Infiltration and interrill erosion responses to selected livestock grazing strategies, Edwards Plateau, Texas
soil water relations
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CitationThurow, T. L., Blackburn, W. H., & Taylor, C. A. (1988). Infiltration and interrill erosion responses to selected livestock grazing strategies, Edwards Plateau, Texas. Journal of Range Management, 41(4), 296-302.
PublisherSociety for Range Management
JournalJournal of Range Management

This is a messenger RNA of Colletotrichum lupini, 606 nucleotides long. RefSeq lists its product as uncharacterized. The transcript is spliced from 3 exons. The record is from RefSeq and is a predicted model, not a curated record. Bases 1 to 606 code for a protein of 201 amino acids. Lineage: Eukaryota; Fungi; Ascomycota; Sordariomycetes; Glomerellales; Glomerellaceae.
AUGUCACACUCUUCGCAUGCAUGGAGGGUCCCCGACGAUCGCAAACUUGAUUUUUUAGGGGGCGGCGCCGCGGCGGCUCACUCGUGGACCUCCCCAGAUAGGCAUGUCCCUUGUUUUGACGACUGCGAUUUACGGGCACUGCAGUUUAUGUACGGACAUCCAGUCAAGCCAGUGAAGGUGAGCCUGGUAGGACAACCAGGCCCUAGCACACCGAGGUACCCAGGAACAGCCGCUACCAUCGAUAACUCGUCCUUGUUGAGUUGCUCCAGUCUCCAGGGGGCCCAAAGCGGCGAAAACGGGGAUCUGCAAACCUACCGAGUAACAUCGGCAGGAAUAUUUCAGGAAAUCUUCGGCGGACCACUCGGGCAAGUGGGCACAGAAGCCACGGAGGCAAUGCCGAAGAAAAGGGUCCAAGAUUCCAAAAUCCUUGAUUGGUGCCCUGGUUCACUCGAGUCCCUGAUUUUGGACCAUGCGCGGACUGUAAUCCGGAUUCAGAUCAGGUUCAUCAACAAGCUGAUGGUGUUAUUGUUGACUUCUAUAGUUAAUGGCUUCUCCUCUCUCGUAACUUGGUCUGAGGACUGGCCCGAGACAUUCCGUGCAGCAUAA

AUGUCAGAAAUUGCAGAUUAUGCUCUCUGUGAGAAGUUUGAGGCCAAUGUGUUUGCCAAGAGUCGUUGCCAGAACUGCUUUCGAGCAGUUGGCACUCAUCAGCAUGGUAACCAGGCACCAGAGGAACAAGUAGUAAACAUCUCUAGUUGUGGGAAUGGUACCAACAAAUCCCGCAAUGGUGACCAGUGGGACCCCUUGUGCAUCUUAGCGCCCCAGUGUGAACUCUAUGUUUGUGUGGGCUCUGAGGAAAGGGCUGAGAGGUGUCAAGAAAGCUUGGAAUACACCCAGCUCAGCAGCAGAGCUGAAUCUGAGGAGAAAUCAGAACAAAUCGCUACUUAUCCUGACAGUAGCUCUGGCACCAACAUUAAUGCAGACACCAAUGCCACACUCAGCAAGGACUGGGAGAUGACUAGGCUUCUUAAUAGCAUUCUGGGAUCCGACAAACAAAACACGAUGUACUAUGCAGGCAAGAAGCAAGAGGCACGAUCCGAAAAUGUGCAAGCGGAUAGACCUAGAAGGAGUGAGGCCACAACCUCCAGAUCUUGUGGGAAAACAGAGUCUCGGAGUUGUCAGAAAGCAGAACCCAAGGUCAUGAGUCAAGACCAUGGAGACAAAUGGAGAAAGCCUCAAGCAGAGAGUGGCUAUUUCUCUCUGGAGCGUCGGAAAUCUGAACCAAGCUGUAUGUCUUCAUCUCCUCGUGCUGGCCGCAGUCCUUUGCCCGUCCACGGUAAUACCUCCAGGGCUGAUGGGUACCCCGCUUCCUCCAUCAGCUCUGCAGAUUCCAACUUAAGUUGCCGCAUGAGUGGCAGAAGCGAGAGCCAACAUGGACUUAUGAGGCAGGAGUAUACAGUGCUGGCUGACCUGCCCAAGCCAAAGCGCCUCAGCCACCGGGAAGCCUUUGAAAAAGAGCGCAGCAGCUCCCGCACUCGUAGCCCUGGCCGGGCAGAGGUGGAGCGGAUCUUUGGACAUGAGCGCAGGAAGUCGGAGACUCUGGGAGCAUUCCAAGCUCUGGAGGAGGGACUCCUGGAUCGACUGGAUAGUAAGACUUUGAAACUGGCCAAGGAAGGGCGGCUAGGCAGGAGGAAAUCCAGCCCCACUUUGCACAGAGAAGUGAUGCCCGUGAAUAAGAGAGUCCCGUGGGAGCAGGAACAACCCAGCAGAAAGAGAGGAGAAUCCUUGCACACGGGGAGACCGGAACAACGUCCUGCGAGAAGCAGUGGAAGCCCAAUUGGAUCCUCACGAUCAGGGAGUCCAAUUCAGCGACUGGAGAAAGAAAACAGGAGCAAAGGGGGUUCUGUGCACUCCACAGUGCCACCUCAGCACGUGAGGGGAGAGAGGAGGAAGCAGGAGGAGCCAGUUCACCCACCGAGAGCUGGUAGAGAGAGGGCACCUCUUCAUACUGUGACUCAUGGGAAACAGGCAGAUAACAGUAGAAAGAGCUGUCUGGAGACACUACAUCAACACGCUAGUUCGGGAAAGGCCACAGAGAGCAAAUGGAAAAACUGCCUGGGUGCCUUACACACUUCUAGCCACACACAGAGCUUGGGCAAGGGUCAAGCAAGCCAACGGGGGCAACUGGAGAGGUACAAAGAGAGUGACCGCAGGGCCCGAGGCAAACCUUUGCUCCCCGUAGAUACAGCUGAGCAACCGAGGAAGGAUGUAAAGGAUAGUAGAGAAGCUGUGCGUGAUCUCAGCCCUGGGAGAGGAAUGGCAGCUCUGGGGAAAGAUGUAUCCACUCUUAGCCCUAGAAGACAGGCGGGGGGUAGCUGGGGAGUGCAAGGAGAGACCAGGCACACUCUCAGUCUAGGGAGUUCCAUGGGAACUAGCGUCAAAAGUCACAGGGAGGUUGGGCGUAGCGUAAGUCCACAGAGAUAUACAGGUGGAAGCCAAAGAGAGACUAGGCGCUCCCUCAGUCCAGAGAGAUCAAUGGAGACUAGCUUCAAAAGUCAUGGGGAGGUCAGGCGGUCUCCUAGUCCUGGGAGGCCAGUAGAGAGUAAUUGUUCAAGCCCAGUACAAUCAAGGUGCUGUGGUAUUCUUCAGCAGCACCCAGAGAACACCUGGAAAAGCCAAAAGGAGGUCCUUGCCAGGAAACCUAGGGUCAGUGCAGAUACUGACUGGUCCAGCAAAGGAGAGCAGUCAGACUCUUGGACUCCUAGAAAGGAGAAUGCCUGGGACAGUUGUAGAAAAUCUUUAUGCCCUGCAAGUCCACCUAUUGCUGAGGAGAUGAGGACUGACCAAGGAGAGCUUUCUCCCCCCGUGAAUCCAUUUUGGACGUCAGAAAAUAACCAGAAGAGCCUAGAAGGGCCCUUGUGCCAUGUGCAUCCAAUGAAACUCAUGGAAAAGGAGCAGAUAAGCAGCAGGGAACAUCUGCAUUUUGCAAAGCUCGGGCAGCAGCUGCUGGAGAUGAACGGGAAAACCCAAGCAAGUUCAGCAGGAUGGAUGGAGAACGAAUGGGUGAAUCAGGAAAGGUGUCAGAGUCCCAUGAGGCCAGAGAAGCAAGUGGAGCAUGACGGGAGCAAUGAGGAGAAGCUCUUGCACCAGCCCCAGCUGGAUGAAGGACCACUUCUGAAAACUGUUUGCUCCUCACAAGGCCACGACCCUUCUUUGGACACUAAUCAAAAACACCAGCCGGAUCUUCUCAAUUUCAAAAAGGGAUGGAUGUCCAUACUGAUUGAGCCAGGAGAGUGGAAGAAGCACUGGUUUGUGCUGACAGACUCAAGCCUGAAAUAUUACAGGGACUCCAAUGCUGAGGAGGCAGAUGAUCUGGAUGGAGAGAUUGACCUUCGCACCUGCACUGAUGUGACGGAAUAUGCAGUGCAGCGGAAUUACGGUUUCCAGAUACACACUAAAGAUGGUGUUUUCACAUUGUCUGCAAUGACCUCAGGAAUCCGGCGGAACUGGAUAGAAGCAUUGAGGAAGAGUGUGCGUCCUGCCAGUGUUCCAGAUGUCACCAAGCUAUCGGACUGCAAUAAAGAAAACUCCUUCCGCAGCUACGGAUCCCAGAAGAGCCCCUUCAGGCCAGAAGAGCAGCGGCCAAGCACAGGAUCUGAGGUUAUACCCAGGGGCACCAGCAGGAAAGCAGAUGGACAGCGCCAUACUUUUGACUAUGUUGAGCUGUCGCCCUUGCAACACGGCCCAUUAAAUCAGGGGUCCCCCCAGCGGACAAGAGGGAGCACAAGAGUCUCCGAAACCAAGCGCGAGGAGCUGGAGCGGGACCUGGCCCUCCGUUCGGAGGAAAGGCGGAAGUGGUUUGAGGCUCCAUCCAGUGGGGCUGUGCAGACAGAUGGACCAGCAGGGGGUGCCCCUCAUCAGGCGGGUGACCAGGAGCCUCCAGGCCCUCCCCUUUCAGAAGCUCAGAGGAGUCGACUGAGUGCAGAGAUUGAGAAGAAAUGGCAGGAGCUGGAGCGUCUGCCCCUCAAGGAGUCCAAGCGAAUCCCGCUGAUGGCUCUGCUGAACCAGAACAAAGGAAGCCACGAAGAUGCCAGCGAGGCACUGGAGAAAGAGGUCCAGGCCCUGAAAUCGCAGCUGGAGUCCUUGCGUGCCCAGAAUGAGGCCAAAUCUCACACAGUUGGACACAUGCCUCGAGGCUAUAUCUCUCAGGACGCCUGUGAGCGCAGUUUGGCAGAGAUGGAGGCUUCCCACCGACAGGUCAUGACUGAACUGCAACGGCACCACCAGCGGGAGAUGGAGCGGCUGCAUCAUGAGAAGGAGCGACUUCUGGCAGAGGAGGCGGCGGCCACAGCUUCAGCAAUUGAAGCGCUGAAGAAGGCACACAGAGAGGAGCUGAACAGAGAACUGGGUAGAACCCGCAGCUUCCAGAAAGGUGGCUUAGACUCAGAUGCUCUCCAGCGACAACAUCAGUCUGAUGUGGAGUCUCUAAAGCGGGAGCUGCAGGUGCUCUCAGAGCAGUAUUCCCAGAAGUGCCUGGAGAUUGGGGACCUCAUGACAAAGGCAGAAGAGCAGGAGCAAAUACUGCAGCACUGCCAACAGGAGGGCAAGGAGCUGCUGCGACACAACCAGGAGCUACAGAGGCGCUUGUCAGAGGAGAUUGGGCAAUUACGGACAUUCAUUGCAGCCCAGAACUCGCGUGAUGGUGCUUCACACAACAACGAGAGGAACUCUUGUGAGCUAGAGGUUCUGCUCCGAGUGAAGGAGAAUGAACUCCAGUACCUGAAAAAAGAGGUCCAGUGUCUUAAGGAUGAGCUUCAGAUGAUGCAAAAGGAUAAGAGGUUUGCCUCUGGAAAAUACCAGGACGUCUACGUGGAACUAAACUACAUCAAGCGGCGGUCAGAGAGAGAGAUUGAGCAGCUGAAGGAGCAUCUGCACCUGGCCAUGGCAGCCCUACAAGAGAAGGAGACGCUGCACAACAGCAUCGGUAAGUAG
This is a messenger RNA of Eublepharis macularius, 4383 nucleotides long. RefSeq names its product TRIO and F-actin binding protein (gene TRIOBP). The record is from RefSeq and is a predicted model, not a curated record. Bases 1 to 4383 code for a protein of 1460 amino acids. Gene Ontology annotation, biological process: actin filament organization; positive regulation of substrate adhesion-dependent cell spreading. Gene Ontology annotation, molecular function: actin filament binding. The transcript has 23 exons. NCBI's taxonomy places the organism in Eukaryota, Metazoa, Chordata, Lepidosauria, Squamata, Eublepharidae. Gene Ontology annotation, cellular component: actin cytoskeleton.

AbstractUnderstanding the temporal response of infiltration rate and interrill erosion to selected livestock grazing strategies is necessary for the continued soil and water conservation of rangeland. Infiltration rate and interrill erosion were sampled bimonthly from 1978-1984 on pastures grazed continuously (MCG) and moderately stocked (8.1 ha AU-1); continuously (HCG) and heavily stocked (4.6 ha AU-1); high-intensity, low-frequency (HILF) and moderately stocked (8-1; 17:119 day, stocked at 8.1 ha AU-1); short duration (SDG) and heavily stocked (14-1; 4:50 day, stocked at 4.6 ha AU-1). The MCG and HILF pastures were able to recover from droughts and maintain initial infiltration rates and interrill erosion. In contrast, infiltration rates decreased and interrill erosion increased on HCG and heavily stocked SDG pastures. The trend of infiltration rate and interrill erosion deterioration in the heavily stocked SDG and HCG pastures was not gradual; rather, it followed a stair-step pattern typified by decreasing condition during drought and an inability to recover to pre-drought level during periods of above-normal precipitation. The heavy stocking rate and climate rather than grazing strategy were the primary factors influencing the hydrologic responses. Infiltration rates were seasonally cyclic in the SDG and HCG pastures, but no significant seasonal trend could be identified in the MCG pasture. This was attributed to greater midgrass cover and litter accumulation in the MCG pasture which provided cover stability compared to less litter accumulation and a greater dominance of seasonal shortgrasses and forbs in the SDG and HCG pastures. Total organic cover was the most important factor determining infiltration rate. The midgrass bunch growth form and litter accumulation were the most important factors influencing interrill erosion. Both factors increased microrelief, and obstructed sediment transport and interrill erosion.